An extravaganza of music and film will today take place in County Durham to celebrate the 50th anniversary of the Apollo moon landing.
The celebrations – featuring stars from Durham’s BRASS festival and The Futureheads singer Barry Hyde – have a special relevance for a certain building.
The moon landing took place on 20th July 1969 and later the same year an innovative new structure was unveiled on the Sunny Blunts Estate in Peterlee.
The Apollo Pavilion – which, at that time, was a cutting-edge example of brutalist architecture – spans a small manmade lake. Built entirely of concrete, two murals are the structure’s only decorations.
Today (16th July), precisely 50 years after Neil Armstrong and Buzz Aldrin set off for the moon, a programme of entertainment will also celebrate the Apollo Pavilion’s 50th birthday.
Between 11.00 am and 2.00 pm, a free concert will take place at the structure featuring Oompah Brass and the New-Orleans-style band Mr Wilson’s Second Liners, who are both starring in Durham’s BRASS festival.
Also performing at the Apollo Pavilion will be Barry Hyde from The Futureheads, who has been working with children from local schools to write a song for the occasion.
After the music, there will be a free programme of space-themed films at the nearby Pavilion Community Centre. The programme, which kicks off at 3.45 pm, is as follows:
- 3.45pm Wallace and Gromit – A Grand Day Out (U)
- 4.15pm Moon Man (U)
- 6.00pm A Trip to the Moon (U)
- 6.15pm Lunar (U)
- 6.25pm First Man (12A)
Free popcorn will be on offer between 2.30pm and 6.30pm, with artist Theresa Easton showing audience members how to make rocket-style popcorn holders.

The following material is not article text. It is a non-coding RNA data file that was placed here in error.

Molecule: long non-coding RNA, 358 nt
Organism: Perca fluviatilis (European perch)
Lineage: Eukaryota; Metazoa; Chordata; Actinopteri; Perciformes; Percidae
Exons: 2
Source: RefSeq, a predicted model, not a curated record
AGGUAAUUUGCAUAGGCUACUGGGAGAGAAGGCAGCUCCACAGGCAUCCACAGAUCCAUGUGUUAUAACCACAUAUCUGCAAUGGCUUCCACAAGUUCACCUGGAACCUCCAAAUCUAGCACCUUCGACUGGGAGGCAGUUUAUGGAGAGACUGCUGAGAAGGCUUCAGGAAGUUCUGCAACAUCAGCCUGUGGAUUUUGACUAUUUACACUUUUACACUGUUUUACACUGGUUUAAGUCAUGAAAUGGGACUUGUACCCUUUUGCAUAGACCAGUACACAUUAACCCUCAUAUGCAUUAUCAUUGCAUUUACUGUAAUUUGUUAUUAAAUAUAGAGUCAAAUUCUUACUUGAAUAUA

The live music programme will kick off at 11.00 am with pupils from Shotton Hall’s theatre school previewing scenes from their new musical Pleasantville. At 11.30 am, Barry Hyde will take to the stage to play a number of The Futureheads’ hits.
The BRASS bus will then roll into town, delivering Mr Wilson’s Second Liners for a performance beginning at 12.05 pm. This will be followed by a medley of moon-inspired songs from the East Durham Dementia Friendly Choir, starting at 12.50 pm.
Next up will be Oompah Brass – whose show starts at 1.10 pm – before Barry Hyde returns at 1.55 pm. Accompanied by more than 500 local schoolchildren, Barry will perform Standing on the Moon, a song specially commissioned for the occasion.
Concertgoers are encouraged to bring their own picnics.
Designed by the artist Victor Pasmore, the Apollo Pavilion was the brainchild of the Peterlee Development Corporation. The Pavilion underwent extensive renovations, which concluded in 2009. These refurbishments earned a number of awards, including Civic Trust and RIBA Awards.
In March 2019, as part of the Apollo Pavilion’s 50th anniversary celebrations, Artichoke – the producers of Durham’s Lumiere Festival – commissioned German artists Mader Wiermann to put on a light installation at the structure.
Durham County Council’s cabinet member for transformation, culture and tourism, Cllr Joy Allen, said, “The first moon landing was one of the most memorable moments in modern day history, and by happy coincidence it came at the same time as the building of the structure we now know as the Apollo Pavilion.”
“There was a desire locally to mark the Apollo mission and it was decided naming the structure in its honour was the perfect way.”
“We know the Pavilion has always divided opinion, but the light installation earlier this year proved how much pride local people have in it.”
“We are delighted to be continuing the 50-year celebrations on the anniversary of the Apollo mission and it promises to be an excellent day with some great musical performances lined up and some classic films – all free of charge.”
“I’d encourage everyone to come along and join in the fun.”
(This article’s main image shows Peterlee’s Apollo Pavilion.)